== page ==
Lime pie

Preparation time (not including waiting periods):

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Ingredients for approx. 16 slices:

  • 75 g butter
  • 100 g butter biscuits
  • 50 g Amaretti biscuits
  • 6 + 3 gelatine sheets or 9 + 5 g of powdered gelatine
  • approx. 4 limes
  • 200 g cream cheese
  • 150 g whole milk yogurt
  • 75 g + 2 tbsp sugar
  • 50 g liquid honey
  • 300 g cream
  • 1 sachet of vanilla sugar
  • 200 ml white wine

In addition:

  • A few drops of green food colouring
  • Some oil for the springform pan

Preparation:

  1. Grease sides of the springform pan (26 cm Ø) with a little oil. Melt butter on a low heat. Place all of the biscuits in a freezer bag, close bag and finely crumble biscuits with a rolling pin. Then mix crumbs with the melted butter and press into the springform pan to make a base. Cool for approx. 1 hour.
  2. Soak 6 sheets of gelatine in cold water. Cut limes in half and squeeze out juice. Mix cream cheese with yogurt, 75 g sugar, honey and 75 ml lime juice. Whip cream together with the vanilla sugar.
  3. Squeeze out gelatine and dissolve on a low heat. Stir 2 tablespoons of the cream cheese mixture into the gelatine and then combine with the rest of the mixture. Fold whipped cream under and spread the cream mixture onto the cake base. Refrigerate for approx. 4 hours.
  4. In the meantime, soak remaining gelatine in cold water. Heat 50 ml lime juice, white wine and 2 tablespoons of sugar until the sugar has dissolved. Squeeze out gelatine and dissolve in the juice mixture. Add food colouring and let mixture somewhat cool before drizzling it over the cream. Again chill cake for approx. 1 hour. Tip: cake is delicious when served with vanilla sauce!

Approx. nutrition facts per serving:

  • Calories: 243
  • Joules: 1017
  • Protein: 5.1 g
  • Fat: 16.0 g
  • Carbohydrates: 17.3 g

Limes – small, green and full of vitamins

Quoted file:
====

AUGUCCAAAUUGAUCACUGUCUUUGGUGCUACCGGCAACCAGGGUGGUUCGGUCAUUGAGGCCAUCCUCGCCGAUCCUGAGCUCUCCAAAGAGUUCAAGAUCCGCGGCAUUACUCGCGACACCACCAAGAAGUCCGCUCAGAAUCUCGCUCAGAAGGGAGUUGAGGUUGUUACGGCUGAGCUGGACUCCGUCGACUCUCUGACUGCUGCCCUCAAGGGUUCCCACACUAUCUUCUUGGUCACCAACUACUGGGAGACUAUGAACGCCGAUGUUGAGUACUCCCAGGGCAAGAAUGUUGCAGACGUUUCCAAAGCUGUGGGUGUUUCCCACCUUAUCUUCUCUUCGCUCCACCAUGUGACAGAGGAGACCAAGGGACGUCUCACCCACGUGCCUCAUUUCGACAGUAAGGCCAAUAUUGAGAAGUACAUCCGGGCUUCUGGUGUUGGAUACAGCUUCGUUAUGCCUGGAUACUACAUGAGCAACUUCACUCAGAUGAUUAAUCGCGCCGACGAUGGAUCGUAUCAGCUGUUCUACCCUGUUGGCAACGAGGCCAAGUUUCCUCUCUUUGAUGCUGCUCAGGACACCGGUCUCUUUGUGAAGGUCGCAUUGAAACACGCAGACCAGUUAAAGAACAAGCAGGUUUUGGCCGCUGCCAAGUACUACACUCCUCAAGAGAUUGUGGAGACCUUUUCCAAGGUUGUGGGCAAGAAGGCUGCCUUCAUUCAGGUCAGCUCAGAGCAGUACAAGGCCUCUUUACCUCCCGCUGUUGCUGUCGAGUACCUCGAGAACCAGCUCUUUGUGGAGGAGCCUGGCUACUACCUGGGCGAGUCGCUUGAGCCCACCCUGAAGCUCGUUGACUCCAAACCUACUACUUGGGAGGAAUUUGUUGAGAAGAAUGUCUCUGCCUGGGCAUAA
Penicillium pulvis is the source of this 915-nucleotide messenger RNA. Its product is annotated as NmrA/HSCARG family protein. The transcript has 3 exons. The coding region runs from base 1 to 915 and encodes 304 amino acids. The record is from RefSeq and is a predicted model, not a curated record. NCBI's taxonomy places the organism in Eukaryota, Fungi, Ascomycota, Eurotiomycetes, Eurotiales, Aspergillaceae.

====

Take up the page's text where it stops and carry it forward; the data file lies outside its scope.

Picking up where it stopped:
As summer comes ever closer and the temperatures slowly begin to rise, so does the desire for sweet refreshments. Even though limes can be bought in the fruit sections of supermarkets year round, May marks the beginning of the high season for the green citrus fruits. Their juice and peel give cakes and desserts a refreshing, summery taste. The small green power fruit is, however, not only a useful ingredient because of its flavour – it also strengthens our immune system and, through this, makes us shine! After all, 100 g of lime (44 mg/100 g fruit) supplies almost half the daily required amount of vitamin C. Similar to vitamin E, which can also be found in limes, vitamin C has anti-oxidative properties. It protects our cells and, in doing so, keeps us young and healthy!

The lime is a close relative of the lemon. Although it is smaller in size than its yellow sister, it contains a great deal of juice and also has fewer seeds. Its flesh is light green in colour and it has a hard peel that is, however, relatively thin. This means that its flesh will dry out fairly quickly. Fruit stored at room temperature will often become hard after only five days and thus provide less juice. Limes are better stored in a cool and slightly damp room (10°C) – this will keep them fresh for up to four weeks!

Important: even fruits labelled with “untreated” or “peel suitable for consumption” should be washed in hot water before use. Although fruits bearing such a label will in fact be free of pesticides and other plant protection products, their peel will still have been coated with wax to increase their shelf-life. When buying limes, make sure that they are not too dark green in colour; this may be a sign of an unpleasantly sour flavour. Glossy, vibrantly light green fruit, on the other hand, are ripe and flavourful. Perfect for a fresh, summery lime pie!
Enjoy!